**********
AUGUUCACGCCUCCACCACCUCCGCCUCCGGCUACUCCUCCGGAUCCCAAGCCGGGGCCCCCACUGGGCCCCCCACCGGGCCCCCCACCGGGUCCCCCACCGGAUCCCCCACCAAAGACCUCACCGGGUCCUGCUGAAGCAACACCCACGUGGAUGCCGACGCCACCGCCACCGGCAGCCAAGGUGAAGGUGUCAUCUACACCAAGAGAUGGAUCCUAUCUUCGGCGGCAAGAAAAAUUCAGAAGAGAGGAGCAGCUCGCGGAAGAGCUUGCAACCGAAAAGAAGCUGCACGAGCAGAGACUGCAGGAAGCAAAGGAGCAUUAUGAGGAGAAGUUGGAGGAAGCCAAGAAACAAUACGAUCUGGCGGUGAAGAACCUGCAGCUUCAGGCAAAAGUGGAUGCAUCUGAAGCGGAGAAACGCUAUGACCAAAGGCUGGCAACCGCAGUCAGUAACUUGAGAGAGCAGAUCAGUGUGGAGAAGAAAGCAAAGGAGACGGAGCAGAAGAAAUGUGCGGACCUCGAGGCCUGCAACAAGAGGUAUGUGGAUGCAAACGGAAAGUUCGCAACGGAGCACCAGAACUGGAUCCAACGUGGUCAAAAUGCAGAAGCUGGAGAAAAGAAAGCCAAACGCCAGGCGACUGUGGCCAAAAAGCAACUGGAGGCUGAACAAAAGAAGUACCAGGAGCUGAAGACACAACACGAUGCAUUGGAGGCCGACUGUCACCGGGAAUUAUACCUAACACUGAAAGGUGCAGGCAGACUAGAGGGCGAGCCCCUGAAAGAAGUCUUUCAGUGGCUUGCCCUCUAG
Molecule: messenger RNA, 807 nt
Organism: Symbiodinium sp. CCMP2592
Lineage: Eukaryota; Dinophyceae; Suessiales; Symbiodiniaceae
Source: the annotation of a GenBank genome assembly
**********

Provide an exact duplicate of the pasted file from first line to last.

AUGUUCACGCCUCCACCACCUCCGCCUCCGGCUACUCCUCCGGAUCCCAAGCCGGGGCCCCCACUGGGCCCCCCACCGGGCCCCCCACCGGGUCCCCCACCGGAUCCCCCACCAAAGACCUCACCGGGUCCUGCUGAAGCAACACCCACGUGGAUGCCGACGCCACCGCCACCGGCAGCCAAGGUGAAGGUGUCAUCUACACCAAGAGAUGGAUCCUAUCUUCGGCGGCAAGAAAAAUUCAGAAGAGAGGAGCAGCUCGCGGAAGAGCUUGCAACCGAAAAGAAGCUGCACGAGCAGAGACUGCAGGAAGCAAAGGAGCAUUAUGAGGAGAAGUUGGAGGAAGCCAAGAAACAAUACGAUCUGGCGGUGAAGAACCUGCAGCUUCAGGCAAAAGUGGAUGCAUCUGAAGCGGAGAAACGCUAUGACCAAAGGCUGGCAACCGCAGUCAGUAACUUGAGAGAGCAGAUCAGUGUGGAGAAGAAAGCAAAGGAGACGGAGCAGAAGAAAUGUGCGGACCUCGAGGCCUGCAACAAGAGGUAUGUGGAUGCAAACGGAAAGUUCGCAACGGAGCACCAGAACUGGAUCCAACGUGGUCAAAAUGCAGAAGCUGGAGAAAAGAAAGCCAAACGCCAGGCGACUGUGGCCAAAAAGCAACUGGAGGCUGAACAAAAGAAGUACCAGGAGCUGAAGACACAACACGAUGCAUUGGAGGCCGACUGUCACCGGGAAUUAUACCUAACACUGAAAGGUGCAGGCAGACUAGAGGGCGAGCCCCUGAAAGAAGUCUUUCAGUGGCUUGCCCUCUAG
Molecule: messenger RNA, 807 nt
Organism: Symbiodinium sp. CCMP2592
Lineage: Eukaryota; Dinophyceae; Suessiales; Symbiodiniaceae
Source: the annotation of a GenBank genome assembly